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7 Tips for Managing Customer Complaints

No matter how good you are, when selling either a service or a product, you are bound to get hit with some complaints. Managing customer complaints intelligently, efficiently, promptly, and pleasantly can turn a possible catastrophe into a solidly loyal customer.

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Managing customer complaints intelligently, efficiently, promptly, and pleasantly can turn a negative into a positive outcome.
We all make mistakes, and things go wrong.

Products break, services fail, and customers understand there’s a chance they may end up with a broken product or poor service. What worries them is not that something’s gone wrong but that they may experience poor customer service and not the outcome they need.

With your customer service team – their top priority is ‘getting it right’ i.e., aiming for a satisfactory resolution of customer complaints and queries. Here are a few tips to help you improve your customer service.

Prioritize Customer Service

Invest in the best customer service you can afford.

Create a customer service offering that is supreme. Use the best software and systems and hire top-performing experienced staff.

Spending more on marketing and sales only to have customers buy from your business just the one time due to poor customer service is a false economy. Get your customer service group operating at the top of their game, and your business will see its sales grow from customer retention.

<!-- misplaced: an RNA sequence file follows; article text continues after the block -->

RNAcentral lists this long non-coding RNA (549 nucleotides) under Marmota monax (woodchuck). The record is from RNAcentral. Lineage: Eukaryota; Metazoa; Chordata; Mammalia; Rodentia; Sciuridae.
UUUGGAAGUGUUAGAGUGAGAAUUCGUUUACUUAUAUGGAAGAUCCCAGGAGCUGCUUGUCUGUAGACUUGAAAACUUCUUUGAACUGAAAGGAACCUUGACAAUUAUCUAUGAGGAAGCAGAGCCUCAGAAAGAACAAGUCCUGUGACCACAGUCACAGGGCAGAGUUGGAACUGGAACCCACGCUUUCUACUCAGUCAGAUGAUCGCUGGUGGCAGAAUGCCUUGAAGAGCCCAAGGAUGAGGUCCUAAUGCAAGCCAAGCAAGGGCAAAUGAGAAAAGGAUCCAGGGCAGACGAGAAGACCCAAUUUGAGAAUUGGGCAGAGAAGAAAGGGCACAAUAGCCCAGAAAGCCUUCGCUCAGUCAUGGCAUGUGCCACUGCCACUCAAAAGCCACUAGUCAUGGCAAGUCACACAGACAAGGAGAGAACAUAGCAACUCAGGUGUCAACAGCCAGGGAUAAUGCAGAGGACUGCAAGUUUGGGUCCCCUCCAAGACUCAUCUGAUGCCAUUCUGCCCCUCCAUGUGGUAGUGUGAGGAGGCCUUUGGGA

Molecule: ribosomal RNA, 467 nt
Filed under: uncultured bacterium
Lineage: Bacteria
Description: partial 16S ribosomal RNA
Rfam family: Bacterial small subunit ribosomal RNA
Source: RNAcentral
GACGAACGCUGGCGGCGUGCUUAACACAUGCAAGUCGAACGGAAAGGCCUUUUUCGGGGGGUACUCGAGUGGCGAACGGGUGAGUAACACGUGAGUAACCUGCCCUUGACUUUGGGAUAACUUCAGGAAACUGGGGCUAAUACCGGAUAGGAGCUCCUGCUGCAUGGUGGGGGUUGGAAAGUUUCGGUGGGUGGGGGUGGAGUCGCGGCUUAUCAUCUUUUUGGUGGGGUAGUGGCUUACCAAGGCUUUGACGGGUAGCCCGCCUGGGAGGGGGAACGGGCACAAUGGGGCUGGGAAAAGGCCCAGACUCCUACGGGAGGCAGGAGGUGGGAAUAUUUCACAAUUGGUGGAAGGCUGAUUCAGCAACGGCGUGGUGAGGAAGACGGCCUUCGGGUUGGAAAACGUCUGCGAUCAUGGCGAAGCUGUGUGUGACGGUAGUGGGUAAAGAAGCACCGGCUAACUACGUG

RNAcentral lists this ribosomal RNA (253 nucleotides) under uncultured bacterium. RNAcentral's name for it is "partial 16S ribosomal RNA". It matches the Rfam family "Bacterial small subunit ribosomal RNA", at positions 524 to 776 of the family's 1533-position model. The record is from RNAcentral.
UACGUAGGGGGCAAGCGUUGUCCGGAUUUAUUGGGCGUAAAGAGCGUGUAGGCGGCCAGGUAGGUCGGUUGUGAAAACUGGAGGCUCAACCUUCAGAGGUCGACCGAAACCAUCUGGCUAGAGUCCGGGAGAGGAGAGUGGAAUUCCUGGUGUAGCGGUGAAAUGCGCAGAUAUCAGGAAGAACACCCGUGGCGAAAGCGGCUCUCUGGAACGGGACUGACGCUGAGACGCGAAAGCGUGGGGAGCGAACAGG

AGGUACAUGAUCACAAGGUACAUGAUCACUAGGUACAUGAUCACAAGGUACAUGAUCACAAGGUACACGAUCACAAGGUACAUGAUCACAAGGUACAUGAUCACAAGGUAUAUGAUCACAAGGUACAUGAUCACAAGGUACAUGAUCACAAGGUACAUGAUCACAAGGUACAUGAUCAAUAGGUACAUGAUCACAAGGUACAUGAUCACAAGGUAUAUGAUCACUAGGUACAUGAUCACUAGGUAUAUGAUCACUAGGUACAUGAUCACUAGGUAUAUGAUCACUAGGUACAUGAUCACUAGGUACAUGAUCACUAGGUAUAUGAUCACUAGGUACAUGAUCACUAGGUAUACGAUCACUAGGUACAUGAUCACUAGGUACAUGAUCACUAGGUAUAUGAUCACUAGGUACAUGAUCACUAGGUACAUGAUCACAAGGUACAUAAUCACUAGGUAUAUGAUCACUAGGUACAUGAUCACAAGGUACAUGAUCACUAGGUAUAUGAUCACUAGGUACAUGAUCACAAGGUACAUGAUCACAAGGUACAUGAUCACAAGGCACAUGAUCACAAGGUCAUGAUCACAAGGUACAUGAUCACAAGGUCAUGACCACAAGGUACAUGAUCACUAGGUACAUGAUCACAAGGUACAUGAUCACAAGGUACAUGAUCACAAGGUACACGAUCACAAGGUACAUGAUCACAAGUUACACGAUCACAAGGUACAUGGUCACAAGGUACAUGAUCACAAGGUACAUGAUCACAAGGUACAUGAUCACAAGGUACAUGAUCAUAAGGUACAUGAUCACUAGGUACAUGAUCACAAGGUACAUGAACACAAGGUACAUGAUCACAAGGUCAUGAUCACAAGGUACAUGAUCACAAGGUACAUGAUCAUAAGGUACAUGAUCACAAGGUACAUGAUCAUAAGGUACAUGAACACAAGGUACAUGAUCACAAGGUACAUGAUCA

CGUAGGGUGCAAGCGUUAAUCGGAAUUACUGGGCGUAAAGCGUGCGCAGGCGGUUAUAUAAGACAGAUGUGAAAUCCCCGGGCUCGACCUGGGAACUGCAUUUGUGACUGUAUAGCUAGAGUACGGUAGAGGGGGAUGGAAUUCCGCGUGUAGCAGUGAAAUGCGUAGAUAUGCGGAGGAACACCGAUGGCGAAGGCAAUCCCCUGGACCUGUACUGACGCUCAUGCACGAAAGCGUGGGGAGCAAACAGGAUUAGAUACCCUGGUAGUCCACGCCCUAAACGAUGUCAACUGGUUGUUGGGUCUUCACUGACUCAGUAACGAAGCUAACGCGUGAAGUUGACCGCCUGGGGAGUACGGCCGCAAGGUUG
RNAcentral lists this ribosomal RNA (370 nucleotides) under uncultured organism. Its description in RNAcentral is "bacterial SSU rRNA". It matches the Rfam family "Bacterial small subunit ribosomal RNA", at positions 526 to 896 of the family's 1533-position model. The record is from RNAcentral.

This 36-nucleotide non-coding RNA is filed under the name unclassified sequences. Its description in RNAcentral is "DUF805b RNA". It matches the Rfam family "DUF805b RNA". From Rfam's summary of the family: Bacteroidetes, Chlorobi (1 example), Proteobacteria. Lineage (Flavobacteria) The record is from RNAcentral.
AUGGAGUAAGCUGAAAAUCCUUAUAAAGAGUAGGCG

Your team can also follow these tips to give all customers an unforgettable service experience.

  • Never take it personally when a customer yells at you for something you both know is not your fault. He is frustrated, disappointed, and angry. If you don’t take it personally, you can control your own attitude, and that will ease the situation.
  • Don’t ignore complaints, even when they are indirect and non-confrontational. When there is a basis to them, it shows you a flaw in your business, shipping, or product that you may have been unaware of. When this is the case, acknowledge such to your customer.
  • Keep track of complaints and review them regularly. A standard form is a good idea, and everything that happens, including follow-up, should be written down and dated.
  • Deal the same way with phone complaints, emails, letters, and face-to-face confrontations. They are all important clues to how your business is doing.
  • If a customer receives a not working product, you will make him much happier if he can bring it right to you and exchange it. If a new one has to be ordered, then place the order immediately, and don’t wait for him to ship it back. You will have made a friend when he gets it back just days after he has returned it!
  • Always try to offer something to a dissatisfied customer (if there is any basis for his complaint). Refunds, a discount on a different model, getting it fixed, or replacing it, will renew his trust in your business.
  • When nothing you do calms your customer, ask him what he would do in your shoes. Does he have a better solution? Then explain why that would/would not be feasible or modify it to a point where both you and he feel it is fair. Thanking him for his input will make him feel important, and you will win kudos.

Remember, it’s the getting right that counts. Customer loyalty and brand reputation are made and broken by poor service.

When a business cannot keep its customers, competitors win them over.

We know customers may not always be correct, but they are always entitled to courteous treatment, whether asking a question, asking for a replacement or refund, or dealing with a complaint.